FITC urges groups to hold agile work plans for efficiency, growth

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Non-active organisations will face adverse consequences in today’s business environment where technology deployment and usage define organisational efficiency and profitability.

To promote agile work culture, which relies on the use of technology to achieve seamless business operations and results, FITC at the weekend held its first business summit in the year with the theme: “Building an Agile Organisation: Driving Innovation and Efficiency for Growth”.

The event, which attracted participants and facilitators across leading sectors of the economy, was a wake-up call on organisations to become agile in their operations to increase revenue, optimise cost to serve and mitigate operational risks.

Agile organisations have so much to gain in today’s business environment, and those that fail to embrace the new tech-driven work culture and operational plan have a lot to lose.

Surprisingly, many reputable organisations still carry out a large part of their operations manually because they have failed to realise that the business environment is moving to technology-enabled solutions increasingly delivered with agile ways of working.

In many instances, approvals for leave applications, performance appraisals, work descriptions among others are still done manually, with dedicated staff moving paper approvals from point ‘A’ to ‘B’. This out-dated practice has led to reduced profitability and complex operations in many companies, hence the need for agile work plans.

This was the summary of the maiden summit for the year organised by FITC, with the theme Building an Agile Organisation: Driving Innovation and Efficiency for Growth”.

FITC, the world-class, innovation-led, technology-driven, knowledge and professional services institute said the objective was to get more companies to embrace agility and reap the benefits that come with it.

The facilitators at the event included Osaretin Demuren, chairman, Guaranty Trust Bank, and the keynote speaker; Folake Sanu, executive director, Wema Bank; Ladi Asuni, partner, Emerging Technology and Data Analytics, KPMG, and Abimbola O Adebakin, CEO, Advantage Health Africa.

In her welcome address, Chizor Malize, managing director/CEO, FITC, said the theme was painstakingly chosen, in view of the recent developments of 2020, and established facts that organizations must become extremely agile, highly innovative and efficient in their operations.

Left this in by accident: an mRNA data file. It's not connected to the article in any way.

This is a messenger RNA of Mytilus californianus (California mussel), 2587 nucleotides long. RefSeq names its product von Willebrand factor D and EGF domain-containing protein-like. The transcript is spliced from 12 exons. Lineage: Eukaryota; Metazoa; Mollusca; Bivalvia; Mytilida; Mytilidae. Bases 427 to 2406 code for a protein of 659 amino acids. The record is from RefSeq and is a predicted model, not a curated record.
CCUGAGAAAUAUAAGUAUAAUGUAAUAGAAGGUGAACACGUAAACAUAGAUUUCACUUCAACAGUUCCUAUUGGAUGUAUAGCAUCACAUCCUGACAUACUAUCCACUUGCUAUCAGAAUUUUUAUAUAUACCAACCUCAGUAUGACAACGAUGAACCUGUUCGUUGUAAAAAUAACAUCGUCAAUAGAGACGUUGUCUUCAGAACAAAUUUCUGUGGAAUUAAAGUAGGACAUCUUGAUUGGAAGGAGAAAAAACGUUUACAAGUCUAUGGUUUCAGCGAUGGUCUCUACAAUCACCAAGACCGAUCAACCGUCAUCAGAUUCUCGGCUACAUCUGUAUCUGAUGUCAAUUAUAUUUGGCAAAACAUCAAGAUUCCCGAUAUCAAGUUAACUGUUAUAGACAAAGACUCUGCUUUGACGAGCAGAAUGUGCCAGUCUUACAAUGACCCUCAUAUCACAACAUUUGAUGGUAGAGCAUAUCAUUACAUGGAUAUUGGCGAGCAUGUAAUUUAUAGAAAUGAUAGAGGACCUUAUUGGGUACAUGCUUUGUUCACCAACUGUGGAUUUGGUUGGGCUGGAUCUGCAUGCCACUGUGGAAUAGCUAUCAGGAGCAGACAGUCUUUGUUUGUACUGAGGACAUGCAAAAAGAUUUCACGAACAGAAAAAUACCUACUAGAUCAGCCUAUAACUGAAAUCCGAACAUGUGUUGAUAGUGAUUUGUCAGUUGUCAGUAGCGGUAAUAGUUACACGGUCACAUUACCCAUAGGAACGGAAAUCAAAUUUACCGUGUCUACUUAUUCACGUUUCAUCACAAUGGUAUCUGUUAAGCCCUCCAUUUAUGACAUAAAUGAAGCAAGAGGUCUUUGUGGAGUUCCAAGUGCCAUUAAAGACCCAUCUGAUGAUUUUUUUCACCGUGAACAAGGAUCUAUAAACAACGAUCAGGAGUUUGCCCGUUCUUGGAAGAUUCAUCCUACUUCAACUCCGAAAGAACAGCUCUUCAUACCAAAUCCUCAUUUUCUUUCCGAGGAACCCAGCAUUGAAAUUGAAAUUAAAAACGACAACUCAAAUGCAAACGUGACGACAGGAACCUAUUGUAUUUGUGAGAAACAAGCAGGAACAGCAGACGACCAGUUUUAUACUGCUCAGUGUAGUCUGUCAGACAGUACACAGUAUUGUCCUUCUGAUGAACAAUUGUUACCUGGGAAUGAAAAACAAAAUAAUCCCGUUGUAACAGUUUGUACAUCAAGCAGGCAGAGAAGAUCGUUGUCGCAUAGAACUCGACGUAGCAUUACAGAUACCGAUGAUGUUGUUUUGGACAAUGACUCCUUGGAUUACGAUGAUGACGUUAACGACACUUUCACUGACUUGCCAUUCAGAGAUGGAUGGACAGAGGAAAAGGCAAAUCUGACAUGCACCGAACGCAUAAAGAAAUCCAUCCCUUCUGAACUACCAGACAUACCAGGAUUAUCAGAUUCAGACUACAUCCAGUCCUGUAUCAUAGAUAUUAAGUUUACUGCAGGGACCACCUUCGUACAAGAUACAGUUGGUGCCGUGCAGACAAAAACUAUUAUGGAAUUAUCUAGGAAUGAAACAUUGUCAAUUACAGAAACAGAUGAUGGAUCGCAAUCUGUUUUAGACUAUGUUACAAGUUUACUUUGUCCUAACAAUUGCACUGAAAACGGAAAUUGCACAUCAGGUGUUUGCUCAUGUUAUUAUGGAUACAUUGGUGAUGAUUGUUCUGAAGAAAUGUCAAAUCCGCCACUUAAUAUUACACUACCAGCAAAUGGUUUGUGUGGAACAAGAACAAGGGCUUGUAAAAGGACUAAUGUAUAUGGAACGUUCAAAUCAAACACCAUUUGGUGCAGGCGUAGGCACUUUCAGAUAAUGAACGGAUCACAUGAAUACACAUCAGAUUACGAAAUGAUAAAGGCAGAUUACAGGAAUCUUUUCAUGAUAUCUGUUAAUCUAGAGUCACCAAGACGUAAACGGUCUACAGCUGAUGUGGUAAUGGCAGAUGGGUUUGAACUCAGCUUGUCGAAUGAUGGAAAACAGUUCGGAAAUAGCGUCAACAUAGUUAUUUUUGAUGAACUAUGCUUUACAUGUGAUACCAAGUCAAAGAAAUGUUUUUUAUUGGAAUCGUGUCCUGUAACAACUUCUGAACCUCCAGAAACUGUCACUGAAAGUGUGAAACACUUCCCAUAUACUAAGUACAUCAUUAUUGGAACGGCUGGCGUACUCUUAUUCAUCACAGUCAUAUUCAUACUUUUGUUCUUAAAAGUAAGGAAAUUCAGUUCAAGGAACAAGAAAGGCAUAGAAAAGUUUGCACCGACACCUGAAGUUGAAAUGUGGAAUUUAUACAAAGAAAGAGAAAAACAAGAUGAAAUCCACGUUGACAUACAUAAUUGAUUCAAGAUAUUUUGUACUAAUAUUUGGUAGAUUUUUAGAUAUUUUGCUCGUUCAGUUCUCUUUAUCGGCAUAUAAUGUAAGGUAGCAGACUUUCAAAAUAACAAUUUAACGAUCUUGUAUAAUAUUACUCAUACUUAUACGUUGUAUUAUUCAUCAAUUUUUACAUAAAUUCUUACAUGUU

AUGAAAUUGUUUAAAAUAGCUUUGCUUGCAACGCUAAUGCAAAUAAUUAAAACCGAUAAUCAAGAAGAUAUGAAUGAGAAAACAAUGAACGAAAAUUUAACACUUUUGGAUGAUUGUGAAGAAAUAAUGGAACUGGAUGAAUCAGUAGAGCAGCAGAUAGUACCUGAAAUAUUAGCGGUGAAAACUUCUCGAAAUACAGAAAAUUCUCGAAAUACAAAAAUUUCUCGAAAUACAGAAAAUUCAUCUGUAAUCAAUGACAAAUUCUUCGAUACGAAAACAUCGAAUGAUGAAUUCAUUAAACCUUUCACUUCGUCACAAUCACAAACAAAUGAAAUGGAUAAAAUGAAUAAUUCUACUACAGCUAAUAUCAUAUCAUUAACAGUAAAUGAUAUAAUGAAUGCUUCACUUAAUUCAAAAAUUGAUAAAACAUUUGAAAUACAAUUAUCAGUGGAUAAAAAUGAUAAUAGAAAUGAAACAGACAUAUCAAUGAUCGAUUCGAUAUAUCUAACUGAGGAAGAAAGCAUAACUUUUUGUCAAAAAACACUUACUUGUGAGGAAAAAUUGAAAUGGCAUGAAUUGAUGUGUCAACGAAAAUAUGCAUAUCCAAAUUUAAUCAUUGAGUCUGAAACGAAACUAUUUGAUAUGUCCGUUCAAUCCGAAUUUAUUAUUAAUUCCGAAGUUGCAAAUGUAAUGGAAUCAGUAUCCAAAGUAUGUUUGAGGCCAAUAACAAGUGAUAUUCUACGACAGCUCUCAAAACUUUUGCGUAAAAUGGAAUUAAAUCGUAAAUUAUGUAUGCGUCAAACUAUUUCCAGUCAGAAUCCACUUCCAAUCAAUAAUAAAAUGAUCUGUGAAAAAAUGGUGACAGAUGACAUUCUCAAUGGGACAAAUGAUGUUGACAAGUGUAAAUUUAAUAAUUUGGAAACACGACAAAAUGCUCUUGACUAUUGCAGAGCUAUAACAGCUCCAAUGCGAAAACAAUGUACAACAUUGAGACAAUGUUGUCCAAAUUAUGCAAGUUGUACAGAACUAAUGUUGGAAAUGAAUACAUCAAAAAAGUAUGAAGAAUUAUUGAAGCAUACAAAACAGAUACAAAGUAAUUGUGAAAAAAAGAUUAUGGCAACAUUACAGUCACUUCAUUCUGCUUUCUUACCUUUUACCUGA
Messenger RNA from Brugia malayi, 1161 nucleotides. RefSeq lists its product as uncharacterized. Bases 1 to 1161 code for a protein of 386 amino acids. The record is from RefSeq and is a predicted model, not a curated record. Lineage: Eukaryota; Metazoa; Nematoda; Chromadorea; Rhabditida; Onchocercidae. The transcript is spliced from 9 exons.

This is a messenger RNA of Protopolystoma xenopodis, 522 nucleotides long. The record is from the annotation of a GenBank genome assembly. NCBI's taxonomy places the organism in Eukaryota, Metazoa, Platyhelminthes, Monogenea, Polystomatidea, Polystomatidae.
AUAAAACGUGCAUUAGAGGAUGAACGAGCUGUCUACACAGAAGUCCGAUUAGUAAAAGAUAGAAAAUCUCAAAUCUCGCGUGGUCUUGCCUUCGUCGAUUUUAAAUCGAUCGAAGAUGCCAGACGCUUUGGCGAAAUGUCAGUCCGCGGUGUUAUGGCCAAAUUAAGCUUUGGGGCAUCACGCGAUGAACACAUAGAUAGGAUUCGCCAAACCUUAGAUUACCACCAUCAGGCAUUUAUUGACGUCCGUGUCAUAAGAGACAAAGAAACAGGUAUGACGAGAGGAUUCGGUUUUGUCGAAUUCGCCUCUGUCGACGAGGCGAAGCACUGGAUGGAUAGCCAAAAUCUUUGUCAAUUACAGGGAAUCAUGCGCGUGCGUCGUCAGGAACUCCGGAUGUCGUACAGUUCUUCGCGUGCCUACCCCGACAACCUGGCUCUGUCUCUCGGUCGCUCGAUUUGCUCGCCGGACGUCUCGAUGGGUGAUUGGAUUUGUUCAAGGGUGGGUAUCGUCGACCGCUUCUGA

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According to Malize, the event was designed to be able to engage and equip organisations with the right tools needed to navigate in today’s business environment.

“At FITC, we remain extremely focused on driving innovation, which has become visible in all our operations. We are changing our processes to ensure we are not just an agile organisation, but innovative in all our programmes,” she told participants who were drawn from different countries and across diverse industries.

Feedback and comments from participants indicated a high level of impact from the webinar and encouragement for more of such programmes in the interest of the business community and economy.

In his presentation themed: “Increasing Organisational Agility: Change, Technology, Innovation and Digital Transformation,” Ladi Asuni said organisations were moving from a digital front end to a fully digital enterprise shifting focus on agility to an enterprise level.

Besides, an agile way of working seeks to deliver certain benefits, including better understanding changing customer needs, fast and continuous improvement of customer interaction, flawless operations, low and predictable cost as well as improved employee satisfaction and attractiveness.

The adoption of agile ways of working provides a means to manage fast-paced change whilst retaining sufficient control. Firstly, the journey starts when organisations start embracing agility in the IT domain and gradually scale to larger transformation across other units where IT is strategically integrated into the enterprise.

For Asuni, adopting Agile at the enterprise level requires an operating model approach with a vision to continue to improve along the maturity continuum where agile principles and values are embraced in the day-to-day decision-making process.